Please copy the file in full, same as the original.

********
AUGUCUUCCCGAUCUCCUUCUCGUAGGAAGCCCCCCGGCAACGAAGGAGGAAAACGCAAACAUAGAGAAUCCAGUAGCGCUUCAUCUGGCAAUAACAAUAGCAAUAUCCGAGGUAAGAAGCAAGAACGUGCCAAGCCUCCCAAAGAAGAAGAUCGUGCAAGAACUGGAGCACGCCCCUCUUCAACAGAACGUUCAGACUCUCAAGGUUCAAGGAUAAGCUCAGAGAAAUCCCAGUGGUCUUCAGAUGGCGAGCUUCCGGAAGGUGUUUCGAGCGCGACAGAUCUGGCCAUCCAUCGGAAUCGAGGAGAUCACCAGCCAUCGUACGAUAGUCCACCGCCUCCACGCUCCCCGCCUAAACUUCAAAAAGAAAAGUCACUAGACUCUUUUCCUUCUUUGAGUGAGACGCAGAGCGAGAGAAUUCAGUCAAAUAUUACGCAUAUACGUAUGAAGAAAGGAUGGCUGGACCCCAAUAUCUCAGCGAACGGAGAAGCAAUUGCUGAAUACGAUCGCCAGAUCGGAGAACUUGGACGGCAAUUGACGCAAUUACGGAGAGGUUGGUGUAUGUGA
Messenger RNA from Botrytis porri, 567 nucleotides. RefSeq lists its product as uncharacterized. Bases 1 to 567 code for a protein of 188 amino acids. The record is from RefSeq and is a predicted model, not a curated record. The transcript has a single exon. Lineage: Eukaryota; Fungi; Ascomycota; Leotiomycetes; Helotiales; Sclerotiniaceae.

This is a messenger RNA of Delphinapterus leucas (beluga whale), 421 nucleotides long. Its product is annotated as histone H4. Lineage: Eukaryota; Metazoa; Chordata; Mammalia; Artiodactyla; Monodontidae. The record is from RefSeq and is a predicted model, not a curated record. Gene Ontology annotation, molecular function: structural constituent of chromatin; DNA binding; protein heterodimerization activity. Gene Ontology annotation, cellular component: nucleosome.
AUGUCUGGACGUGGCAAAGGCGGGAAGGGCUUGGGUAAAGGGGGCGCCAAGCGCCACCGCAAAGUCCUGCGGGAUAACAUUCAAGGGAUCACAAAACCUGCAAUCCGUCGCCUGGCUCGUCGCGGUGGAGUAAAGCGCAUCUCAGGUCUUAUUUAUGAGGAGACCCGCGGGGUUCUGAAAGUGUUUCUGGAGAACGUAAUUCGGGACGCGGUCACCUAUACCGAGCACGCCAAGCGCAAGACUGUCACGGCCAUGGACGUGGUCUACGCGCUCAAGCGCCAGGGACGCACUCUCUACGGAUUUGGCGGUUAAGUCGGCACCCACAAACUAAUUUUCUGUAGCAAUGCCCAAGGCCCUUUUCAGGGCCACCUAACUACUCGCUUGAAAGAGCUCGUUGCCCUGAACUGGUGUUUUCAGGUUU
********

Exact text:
AUGUCUUCCCGAUCUCCUUCUCGUAGGAAGCCCCCCGGCAACGAAGGAGGAAAACGCAAACAUAGAGAAUCCAGUAGCGCUUCAUCUGGCAAUAACAAUAGCAAUAUCCGAGGUAAGAAGCAAGAACGUGCCAAGCCUCCCAAAGAAGAAGAUCGUGCAAGAACUGGAGCACGCCCCUCUUCAACAGAACGUUCAGACUCUCAAGGUUCAAGGAUAAGCUCAGAGAAAUCCCAGUGGUCUUCAGAUGGCGAGCUUCCGGAAGGUGUUUCGAGCGCGACAGAUCUGGCCAUCCAUCGGAAUCGAGGAGAUCACCAGCCAUCGUACGAUAGUCCACCGCCUCCACGCUCCCCGCCUAAACUUCAAAAAGAAAAGUCACUAGACUCUUUUCCUUCUUUGAGUGAGACGCAGAGCGAGAGAAUUCAGUCAAAUAUUACGCAUAUACGUAUGAAGAAAGGAUGGCUGGACCCCAAUAUCUCAGCGAACGGAGAAGCAAUUGCUGAAUACGAUCGCCAGAUCGGAGAACUUGGACGGCAAUUGACGCAAUUACGGAGAGGUUGGUGUAUGUGA
Messenger RNA from Botrytis porri, 567 nucleotides. RefSeq lists its product as uncharacterized. Bases 1 to 567 code for a protein of 188 amino acids. The record is from RefSeq and is a predicted model, not a curated record. The transcript has a single exon. Lineage: Eukaryota; Fungi; Ascomycota; Leotiomycetes; Helotiales; Sclerotiniaceae.

This is a messenger RNA of Delphinapterus leucas (beluga whale), 421 nucleotides long. Its product is annotated as histone H4. Lineage: Eukaryota; Metazoa; Chordata; Mammalia; Artiodactyla; Monodontidae. The record is from RefSeq and is a predicted model, not a curated record. Gene Ontology annotation, molecular function: structural constituent of chromatin; DNA binding; protein heterodimerization activity. Gene Ontology annotation, cellular component: nucleosome.
AUGUCUGGACGUGGCAAAGGCGGGAAGGGCUUGGGUAAAGGGGGCGCCAAGCGCCACCGCAAAGUCCUGCGGGAUAACAUUCAAGGGAUCACAAAACCUGCAAUCCGUCGCCUGGCUCGUCGCGGUGGAGUAAAGCGCAUCUCAGGUCUUAUUUAUGAGGAGACCCGCGGGGUUCUGAAAGUGUUUCUGGAGAACGUAAUUCGGGACGCGGUCACCUAUACCGAGCACGCCAAGCGCAAGACUGUCACGGCCAUGGACGUGGUCUACGCGCUCAAGCGCCAGGGACGCACUCUCUACGGAUUUGGCGGUUAAGUCGGCACCCACAAACUAAUUUUCUGUAGCAAUGCCCAAGGCCCUUUUCAGGGCCACCUAACUACUCGCUUGAAAGAGCUCGUUGCCCUGAACUGGUGUUUUCAGGUUU